One of Our Favorite Scholarship Essays

This month's Food for Thought column is an essay from the scholarship contest written by Heleena K., a high school senior from Tennessee. Heleena received an honorarium and special mention from our Board for this essay.

It is senior year and it is a stressful time for my friends and me, but we find a way to overcome our struggles together. Whether it be applying for scholarships, keeping up with our GPA or even making sure that senioritis does not get the best of us, we all have each other in one way or another.

One specific struggle that my friends and I experienced this year is the dreaded ACT. Since this test is known to make or break our future, it definitely gave us a lot of concerns and anxiety. My friends and I are a group of four and on the morning our ACT, we got into one car together and began to do some last-minute studying. We went over formulas for math and specific grammar rules for English, but our last method of preparation was prayer.

The most interesting factor about my friend group is that we have diversity. One of us is an Ethiopian Orthodox Christian, the other is Hindu, and two of us are Baptist. This didn't matter to us because we just wanted to come together. We wanted some sort of relief from our stress for this test and prayer was our best tactic. So, the four of us looked at each other  and grabbed hands; then the thought occurred to us that we were all not a part of the same faith. The look of confusion on our faces was so amusing because we did not know how to begin. The debate began on which one of us should start the prayer. One person would say, "You start", and someone else would say, "No, you start". I said, "I don't even know how to pray in English!" Quietly giggling at each other, eventually we closed our eyes and bowed our heads as one friend began to pray. The dynamic later changed because instead of only praying in English so we could all understand, another friend began to pray in Nepali. She did not let a language and religion barrier get in the way of wishing the best for all of us. Later, to my surprise, I began to pray in Amharic, my secondary language. Even if my friends did not understand what I was saying word for word, they knew that I wanted them to have the best results they could possibly obtain.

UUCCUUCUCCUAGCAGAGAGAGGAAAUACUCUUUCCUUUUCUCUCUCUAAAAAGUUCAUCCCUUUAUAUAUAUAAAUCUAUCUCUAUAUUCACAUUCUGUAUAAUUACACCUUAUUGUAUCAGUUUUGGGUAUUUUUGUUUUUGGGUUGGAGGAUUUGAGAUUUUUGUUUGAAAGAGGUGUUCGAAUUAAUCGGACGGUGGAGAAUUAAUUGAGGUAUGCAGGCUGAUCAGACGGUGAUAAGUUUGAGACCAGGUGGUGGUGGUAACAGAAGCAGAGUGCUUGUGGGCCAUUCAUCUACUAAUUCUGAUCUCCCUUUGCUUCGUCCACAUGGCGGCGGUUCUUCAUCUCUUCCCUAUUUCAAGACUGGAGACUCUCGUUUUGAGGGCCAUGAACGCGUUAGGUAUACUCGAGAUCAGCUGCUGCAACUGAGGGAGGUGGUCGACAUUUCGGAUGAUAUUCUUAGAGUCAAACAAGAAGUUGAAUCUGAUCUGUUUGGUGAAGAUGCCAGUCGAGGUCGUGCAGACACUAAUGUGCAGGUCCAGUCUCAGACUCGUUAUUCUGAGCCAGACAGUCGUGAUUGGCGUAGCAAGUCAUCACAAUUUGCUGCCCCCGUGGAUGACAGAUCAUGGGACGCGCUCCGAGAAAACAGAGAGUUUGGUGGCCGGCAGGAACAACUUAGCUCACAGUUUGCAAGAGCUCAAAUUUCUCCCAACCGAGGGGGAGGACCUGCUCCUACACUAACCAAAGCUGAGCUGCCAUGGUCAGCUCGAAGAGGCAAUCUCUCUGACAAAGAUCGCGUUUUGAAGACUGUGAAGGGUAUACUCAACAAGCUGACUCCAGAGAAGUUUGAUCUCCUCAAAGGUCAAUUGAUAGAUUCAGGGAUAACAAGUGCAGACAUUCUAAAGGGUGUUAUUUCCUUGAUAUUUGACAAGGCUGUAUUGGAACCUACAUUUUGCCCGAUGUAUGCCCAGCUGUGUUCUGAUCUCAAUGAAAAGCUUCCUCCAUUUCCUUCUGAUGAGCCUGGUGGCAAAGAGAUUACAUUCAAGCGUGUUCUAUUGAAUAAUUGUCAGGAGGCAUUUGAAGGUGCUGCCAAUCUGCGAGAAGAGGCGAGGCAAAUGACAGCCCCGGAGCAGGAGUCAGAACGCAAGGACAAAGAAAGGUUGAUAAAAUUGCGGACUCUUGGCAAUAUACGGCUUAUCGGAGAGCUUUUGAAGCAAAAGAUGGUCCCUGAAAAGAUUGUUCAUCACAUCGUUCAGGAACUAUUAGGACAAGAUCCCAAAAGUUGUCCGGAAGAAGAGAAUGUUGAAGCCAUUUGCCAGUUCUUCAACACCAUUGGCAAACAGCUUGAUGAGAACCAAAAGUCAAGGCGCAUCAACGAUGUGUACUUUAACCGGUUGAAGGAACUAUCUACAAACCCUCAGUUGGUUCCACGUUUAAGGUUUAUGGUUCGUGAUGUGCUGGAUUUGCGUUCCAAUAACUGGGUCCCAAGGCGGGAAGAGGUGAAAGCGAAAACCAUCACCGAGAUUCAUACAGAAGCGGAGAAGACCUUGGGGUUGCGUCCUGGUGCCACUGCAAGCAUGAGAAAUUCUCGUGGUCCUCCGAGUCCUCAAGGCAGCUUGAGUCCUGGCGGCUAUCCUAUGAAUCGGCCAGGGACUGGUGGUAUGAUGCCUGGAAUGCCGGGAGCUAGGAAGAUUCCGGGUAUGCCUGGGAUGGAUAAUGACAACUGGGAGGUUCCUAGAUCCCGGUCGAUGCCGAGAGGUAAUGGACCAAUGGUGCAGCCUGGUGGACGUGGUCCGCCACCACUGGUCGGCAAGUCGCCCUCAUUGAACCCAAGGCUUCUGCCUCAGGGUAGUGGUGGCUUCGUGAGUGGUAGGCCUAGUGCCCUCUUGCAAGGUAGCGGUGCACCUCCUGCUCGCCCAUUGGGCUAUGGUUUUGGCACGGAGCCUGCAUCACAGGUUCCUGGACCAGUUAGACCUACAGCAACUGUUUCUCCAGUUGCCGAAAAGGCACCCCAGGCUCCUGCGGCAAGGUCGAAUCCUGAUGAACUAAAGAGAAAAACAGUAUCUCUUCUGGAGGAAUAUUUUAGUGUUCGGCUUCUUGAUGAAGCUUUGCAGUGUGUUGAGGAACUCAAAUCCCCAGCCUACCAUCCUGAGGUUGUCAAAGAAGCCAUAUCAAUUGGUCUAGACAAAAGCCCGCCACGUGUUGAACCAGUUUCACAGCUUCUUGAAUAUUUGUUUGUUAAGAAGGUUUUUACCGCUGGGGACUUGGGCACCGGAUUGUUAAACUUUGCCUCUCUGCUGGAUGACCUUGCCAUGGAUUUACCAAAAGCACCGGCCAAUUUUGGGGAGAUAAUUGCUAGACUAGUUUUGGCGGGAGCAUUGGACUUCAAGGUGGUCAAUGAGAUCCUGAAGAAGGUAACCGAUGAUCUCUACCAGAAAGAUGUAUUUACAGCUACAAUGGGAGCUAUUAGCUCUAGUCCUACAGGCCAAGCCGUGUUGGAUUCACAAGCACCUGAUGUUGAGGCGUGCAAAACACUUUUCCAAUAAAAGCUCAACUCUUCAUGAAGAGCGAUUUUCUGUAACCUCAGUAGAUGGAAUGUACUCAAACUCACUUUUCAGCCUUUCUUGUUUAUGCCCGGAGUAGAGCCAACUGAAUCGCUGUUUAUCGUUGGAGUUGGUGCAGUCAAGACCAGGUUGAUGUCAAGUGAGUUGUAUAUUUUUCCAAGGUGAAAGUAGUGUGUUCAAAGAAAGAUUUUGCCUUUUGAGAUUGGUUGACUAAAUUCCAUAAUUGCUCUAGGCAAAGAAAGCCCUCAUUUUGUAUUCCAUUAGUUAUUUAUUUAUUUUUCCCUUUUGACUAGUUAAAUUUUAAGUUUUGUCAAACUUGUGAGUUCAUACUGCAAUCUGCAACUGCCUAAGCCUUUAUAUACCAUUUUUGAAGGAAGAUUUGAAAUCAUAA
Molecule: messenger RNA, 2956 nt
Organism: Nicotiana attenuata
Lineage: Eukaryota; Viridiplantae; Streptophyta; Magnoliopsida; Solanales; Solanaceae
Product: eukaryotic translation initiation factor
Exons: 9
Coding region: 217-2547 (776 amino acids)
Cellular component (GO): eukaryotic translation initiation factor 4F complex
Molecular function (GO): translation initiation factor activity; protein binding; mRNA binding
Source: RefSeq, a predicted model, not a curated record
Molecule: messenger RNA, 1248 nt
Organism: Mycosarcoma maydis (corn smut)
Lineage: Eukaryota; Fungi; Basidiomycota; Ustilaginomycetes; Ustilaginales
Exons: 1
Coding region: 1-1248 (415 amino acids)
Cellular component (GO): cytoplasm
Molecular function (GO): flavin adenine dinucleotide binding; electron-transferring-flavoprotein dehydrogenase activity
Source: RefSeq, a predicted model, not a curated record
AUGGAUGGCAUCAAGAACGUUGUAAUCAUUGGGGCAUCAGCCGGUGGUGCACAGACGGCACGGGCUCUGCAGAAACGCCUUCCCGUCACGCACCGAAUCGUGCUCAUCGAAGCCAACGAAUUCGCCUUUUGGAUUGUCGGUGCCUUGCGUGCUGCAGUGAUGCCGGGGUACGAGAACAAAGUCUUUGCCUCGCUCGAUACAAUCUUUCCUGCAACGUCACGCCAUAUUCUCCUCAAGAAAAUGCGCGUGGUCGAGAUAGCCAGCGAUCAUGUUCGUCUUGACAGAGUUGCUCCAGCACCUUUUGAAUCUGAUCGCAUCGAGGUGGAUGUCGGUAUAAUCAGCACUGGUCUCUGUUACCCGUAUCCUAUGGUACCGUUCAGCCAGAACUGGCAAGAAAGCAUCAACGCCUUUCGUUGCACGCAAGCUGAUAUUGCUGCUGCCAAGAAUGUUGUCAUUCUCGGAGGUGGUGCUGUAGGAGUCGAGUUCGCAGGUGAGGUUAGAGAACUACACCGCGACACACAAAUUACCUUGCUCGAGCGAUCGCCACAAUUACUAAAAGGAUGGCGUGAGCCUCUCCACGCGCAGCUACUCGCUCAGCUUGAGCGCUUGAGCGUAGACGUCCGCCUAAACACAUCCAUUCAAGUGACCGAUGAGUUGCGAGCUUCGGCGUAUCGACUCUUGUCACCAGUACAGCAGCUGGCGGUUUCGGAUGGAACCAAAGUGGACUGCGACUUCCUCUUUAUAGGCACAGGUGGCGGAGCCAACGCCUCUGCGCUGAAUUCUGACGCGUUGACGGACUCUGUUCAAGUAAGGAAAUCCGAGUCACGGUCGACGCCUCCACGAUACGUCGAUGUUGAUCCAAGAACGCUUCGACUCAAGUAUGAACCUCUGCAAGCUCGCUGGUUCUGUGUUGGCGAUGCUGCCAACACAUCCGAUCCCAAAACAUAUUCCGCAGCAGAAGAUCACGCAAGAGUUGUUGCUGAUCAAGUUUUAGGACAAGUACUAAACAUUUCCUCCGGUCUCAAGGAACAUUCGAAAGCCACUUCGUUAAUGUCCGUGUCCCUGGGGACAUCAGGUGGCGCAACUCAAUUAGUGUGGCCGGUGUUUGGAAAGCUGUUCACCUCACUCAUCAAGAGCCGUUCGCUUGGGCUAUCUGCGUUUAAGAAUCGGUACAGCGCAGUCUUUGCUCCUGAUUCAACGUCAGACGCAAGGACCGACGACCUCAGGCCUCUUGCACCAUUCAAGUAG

Although prayer is not a joking matter, for us it was a way to get one with our faith and it showed how truly comfortable we were with each other. Even though we had all come from different backgrounds, we were able to come together so we could support each other. Once we had finished praying, we looked up and we were ready to walk in and take the ACT.

On our way into the building we were laughing hysterically because we could not believe that we actually prayed in three different languages and represented different religions. For my friends and me, prayer was not a challenge or a hindrance for our friendship; we were not worried that we would be insulted, or even feel judged. Praying together the way we did opened a new path that strengthened our relationship even more. It made us all feel comforted to know that we were being taken care of by whatever each of us believed in. This prayer experience was one that we will not forget; it showed that we were all open-minded to the different cultures and religions one may be a part of. Instead of just silently praying to ourselves, being able to pray aloud demonstrated that we all are supportive no matter what we endeavor.